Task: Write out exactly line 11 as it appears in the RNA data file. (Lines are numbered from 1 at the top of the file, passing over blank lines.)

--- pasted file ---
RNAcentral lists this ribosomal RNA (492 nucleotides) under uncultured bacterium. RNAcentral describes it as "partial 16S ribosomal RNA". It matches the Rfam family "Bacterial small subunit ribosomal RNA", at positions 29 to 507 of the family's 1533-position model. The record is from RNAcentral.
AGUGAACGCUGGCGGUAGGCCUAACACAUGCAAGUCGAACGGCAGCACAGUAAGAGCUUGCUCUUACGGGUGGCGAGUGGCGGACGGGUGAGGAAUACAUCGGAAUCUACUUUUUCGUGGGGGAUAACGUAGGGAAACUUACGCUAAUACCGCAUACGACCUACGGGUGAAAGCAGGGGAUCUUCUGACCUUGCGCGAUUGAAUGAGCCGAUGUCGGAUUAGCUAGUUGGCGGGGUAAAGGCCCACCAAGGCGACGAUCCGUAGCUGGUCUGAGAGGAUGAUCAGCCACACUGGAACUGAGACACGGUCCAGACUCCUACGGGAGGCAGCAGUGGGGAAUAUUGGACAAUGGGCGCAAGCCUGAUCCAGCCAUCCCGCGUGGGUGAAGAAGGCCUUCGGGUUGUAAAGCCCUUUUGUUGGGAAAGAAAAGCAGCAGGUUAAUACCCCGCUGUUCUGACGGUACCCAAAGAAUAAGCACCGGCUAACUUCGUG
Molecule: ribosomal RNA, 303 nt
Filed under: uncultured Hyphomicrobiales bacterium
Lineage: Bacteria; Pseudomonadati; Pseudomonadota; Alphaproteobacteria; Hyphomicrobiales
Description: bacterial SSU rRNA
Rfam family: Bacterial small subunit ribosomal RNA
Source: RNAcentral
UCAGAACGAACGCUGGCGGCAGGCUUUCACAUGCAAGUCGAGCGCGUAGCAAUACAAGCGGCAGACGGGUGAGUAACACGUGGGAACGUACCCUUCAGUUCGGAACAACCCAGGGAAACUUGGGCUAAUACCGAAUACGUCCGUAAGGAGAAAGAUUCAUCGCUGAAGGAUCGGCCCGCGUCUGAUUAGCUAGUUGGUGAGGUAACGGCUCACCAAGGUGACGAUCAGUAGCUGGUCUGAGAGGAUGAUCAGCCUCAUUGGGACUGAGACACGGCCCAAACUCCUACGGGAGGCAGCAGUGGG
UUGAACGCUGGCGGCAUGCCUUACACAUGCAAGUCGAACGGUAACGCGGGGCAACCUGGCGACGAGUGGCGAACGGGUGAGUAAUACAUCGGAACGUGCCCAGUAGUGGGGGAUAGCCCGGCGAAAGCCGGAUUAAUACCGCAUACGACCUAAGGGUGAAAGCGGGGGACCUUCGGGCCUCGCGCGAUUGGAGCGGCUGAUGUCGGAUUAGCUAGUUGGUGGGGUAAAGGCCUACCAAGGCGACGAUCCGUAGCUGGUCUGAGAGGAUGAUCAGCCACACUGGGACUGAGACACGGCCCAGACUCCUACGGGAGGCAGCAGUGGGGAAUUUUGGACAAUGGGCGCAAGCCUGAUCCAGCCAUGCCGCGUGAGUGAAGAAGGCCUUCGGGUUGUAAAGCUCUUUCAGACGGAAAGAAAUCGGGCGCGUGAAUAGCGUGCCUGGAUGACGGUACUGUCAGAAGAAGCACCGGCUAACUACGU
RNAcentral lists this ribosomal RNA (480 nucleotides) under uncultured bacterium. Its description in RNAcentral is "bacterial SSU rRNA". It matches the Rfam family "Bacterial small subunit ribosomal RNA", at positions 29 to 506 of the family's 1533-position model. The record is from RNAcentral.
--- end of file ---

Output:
RNAcentral lists this ribosomal RNA (480 nucleotides) under uncultured bacterium. Its description in RNAcentral is "bacterial SSU rRNA". It matches the Rfam family "Bacterial small subunit ribosomal RNA", at positions 29 to 506 of the family's 1533-position model. The record is from RNAcentral.